Yankees draft athletic, switch-hitting catcher in first round

The Yankees’ loaded roster and stocked minor league system was already the envy of most of Major League Baseball. Now they have something else nobody in the game has: A switch-hitting and switch-pitching catching prospect.

With their first-round pick (23rd overall) in Monday night’s draft, the Yankees selected Anthony Seigler, the ambidextrous high school prospect from Georgia who played his way into the first round following a sterling spring. Seigler, who is committed to Florida if he doesn’t go pro, pitches with both arms — he tops out at 90 mph from the right side and the mid-80s as a lefty — and can play infield and outfield, though he was drafted for his catching ability and switch-hitting skills.

“It’s a huge honor,” said the 18-year-old Seigler, who attended the draft in Secaucus, N.J., his first trip to the New York City area. “I’m really blessed to be here and I’m really thankful to be able to put this jersey on and carry on a legacy.

“I just can’t wait to get it started. I’m just ready to get out on the field and start playing, getting in the work.”

In the second round, with the 61st overall pick, the Yankees drafted another catcher, Josh Breaux of McLennan Community College in Texas, adding to a position of need in the minor leagues.

Seigler said he will likely sign with the Yankees rather than attend college. He worked out for them over the weekend in Tampa and scouting director Damon Oppenheimer saw him three times this spring in Georgia, when he led Cartersville High School to the 4A state championship series.

“We feel we are getting a commodity of a switch-hitting catcher who can really hit from both sides,” Oppenheimer said. “He has a plus arm and very good hands to be a plus catcher. He runs well for a catcher and has great instincts.”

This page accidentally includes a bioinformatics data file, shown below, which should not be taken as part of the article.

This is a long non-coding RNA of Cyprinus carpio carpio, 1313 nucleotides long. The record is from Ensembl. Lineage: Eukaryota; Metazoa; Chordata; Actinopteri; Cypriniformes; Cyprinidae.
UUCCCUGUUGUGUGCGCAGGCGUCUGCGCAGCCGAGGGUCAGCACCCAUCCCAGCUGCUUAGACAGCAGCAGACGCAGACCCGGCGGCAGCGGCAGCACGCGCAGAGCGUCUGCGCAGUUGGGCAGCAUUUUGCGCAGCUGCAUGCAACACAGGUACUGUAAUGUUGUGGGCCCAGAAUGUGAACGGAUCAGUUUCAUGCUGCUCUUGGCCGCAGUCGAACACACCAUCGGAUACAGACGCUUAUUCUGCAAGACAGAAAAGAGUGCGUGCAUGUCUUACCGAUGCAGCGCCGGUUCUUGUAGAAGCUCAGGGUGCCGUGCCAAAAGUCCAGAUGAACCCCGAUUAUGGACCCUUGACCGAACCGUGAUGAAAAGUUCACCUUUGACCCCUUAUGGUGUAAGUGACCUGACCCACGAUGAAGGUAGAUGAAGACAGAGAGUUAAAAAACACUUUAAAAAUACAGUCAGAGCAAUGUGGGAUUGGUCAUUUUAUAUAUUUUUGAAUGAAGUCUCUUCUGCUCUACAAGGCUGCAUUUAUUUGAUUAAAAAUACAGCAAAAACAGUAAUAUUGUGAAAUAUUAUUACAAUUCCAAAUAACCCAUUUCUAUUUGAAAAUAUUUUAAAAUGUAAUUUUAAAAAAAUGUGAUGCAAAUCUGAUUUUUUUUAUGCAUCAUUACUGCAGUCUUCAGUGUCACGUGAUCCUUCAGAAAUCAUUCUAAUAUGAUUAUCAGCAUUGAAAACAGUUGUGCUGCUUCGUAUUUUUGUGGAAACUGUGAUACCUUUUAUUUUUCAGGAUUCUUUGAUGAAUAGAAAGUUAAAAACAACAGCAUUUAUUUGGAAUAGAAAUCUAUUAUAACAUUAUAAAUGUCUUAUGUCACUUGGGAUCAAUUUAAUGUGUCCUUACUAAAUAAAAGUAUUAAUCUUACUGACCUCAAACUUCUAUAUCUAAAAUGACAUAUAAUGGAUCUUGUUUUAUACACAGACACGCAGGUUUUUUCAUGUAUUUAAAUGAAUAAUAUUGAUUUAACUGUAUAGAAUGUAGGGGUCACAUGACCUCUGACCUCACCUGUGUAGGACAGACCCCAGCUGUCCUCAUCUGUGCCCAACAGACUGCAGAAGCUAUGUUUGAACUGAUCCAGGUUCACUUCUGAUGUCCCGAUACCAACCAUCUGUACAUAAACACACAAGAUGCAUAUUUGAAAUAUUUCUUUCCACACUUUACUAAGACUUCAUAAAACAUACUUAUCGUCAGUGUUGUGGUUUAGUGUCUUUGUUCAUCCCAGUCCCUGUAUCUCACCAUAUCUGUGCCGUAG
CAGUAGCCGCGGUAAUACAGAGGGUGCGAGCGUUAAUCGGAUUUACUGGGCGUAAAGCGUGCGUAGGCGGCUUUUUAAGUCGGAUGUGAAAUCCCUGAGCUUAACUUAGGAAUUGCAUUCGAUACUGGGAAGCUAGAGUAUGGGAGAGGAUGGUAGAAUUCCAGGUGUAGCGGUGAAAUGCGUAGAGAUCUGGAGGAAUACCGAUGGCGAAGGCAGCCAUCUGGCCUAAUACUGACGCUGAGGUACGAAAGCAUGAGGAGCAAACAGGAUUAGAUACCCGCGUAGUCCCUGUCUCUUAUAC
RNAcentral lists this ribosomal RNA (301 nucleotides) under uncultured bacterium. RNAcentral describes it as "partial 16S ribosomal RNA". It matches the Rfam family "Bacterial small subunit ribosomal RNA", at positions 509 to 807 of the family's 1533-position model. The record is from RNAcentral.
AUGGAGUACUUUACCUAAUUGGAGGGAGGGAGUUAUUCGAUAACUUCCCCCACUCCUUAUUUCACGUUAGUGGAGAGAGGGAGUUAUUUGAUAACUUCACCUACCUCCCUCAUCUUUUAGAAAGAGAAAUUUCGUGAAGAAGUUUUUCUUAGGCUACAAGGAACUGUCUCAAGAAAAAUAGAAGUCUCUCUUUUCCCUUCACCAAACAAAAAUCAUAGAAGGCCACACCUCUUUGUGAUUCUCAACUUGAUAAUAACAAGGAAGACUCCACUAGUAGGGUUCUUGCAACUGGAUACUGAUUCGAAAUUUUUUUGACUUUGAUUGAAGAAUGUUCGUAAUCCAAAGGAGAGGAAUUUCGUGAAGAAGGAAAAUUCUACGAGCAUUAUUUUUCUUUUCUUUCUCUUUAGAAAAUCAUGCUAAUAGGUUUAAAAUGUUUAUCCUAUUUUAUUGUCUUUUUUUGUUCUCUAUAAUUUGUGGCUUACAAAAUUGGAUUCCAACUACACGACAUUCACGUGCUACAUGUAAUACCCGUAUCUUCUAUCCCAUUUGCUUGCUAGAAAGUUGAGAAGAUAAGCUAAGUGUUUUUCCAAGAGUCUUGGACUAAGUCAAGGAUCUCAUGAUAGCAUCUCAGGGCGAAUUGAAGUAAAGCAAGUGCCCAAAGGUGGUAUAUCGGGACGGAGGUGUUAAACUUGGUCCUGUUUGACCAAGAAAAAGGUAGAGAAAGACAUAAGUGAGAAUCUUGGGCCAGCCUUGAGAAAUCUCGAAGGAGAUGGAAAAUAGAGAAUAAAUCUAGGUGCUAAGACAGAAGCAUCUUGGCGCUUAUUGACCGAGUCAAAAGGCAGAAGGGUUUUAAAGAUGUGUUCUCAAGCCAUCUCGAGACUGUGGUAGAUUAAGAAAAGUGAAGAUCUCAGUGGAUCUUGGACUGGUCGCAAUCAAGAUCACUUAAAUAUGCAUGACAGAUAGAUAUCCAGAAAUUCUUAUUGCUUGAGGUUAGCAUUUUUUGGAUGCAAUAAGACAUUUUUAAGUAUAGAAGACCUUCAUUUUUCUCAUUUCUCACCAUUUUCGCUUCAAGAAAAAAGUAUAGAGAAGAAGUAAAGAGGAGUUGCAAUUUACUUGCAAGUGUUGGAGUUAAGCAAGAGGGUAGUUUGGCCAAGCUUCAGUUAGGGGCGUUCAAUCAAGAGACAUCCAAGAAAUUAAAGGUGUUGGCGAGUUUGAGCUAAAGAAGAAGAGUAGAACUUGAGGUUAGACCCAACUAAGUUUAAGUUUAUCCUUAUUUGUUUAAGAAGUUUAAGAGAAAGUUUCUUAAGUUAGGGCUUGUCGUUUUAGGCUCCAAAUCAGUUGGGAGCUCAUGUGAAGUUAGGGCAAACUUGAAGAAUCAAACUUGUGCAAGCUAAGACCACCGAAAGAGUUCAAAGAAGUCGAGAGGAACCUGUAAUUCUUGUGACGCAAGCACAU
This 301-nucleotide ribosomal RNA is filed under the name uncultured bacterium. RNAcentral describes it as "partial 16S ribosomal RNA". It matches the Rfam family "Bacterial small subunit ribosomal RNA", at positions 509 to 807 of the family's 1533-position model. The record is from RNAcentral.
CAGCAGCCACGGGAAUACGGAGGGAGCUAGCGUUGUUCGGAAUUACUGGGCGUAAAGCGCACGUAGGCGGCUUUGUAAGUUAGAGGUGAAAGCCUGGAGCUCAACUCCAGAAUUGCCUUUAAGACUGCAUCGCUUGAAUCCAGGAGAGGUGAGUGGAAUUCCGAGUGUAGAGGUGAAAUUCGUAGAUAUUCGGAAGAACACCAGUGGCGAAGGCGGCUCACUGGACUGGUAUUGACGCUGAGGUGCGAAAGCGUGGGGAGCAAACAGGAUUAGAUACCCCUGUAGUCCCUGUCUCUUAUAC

On the mound, the 6-foot, 200-pound multi-talented prospect pitched to a 1.09 ERA over 25 ²/₃ innings, striking out 29 and walking four. At the plate, he hit .421 with 25 extra-base hits and 13 home runs. He also stole 13 bases in 19 attempts and threw out 12 of 21 would-be base-stealers.

“He does everything pretty well,” a scout who saw him this spring said. “I don’t know that he has any top-of-the-scale tools, but he’s a balanced guy.”

Seigler wasn’t considered a first-round prospect until the last calendar year, when he helped USA Baseball’s 18-and-under team win the 2017 Baseball World Cup. His play carried over into the spring, where he further impressed scouts with his play behind the plate and live bat.

“It’s everybody’s dream to be a first-round pick. I wanted to be a first-round pick,” he said. “That motivated me this season to show my skills.”

Hours before he was selected, Seigler and the other prospects who attended the draft toured Yankee Stadium, and his mind wandered about a potential future in pinstripes.

“Just hopeful I could get drafted by them,” he said. “I felt like there was a chance.”

He’ll get to return soon, as most top picks do. Seigler knows what he wants to see.

“Aaron Judge, I have to meet him,” he said. “I want to see him take some BP. I would love that.”

additional reporting by George A. King III

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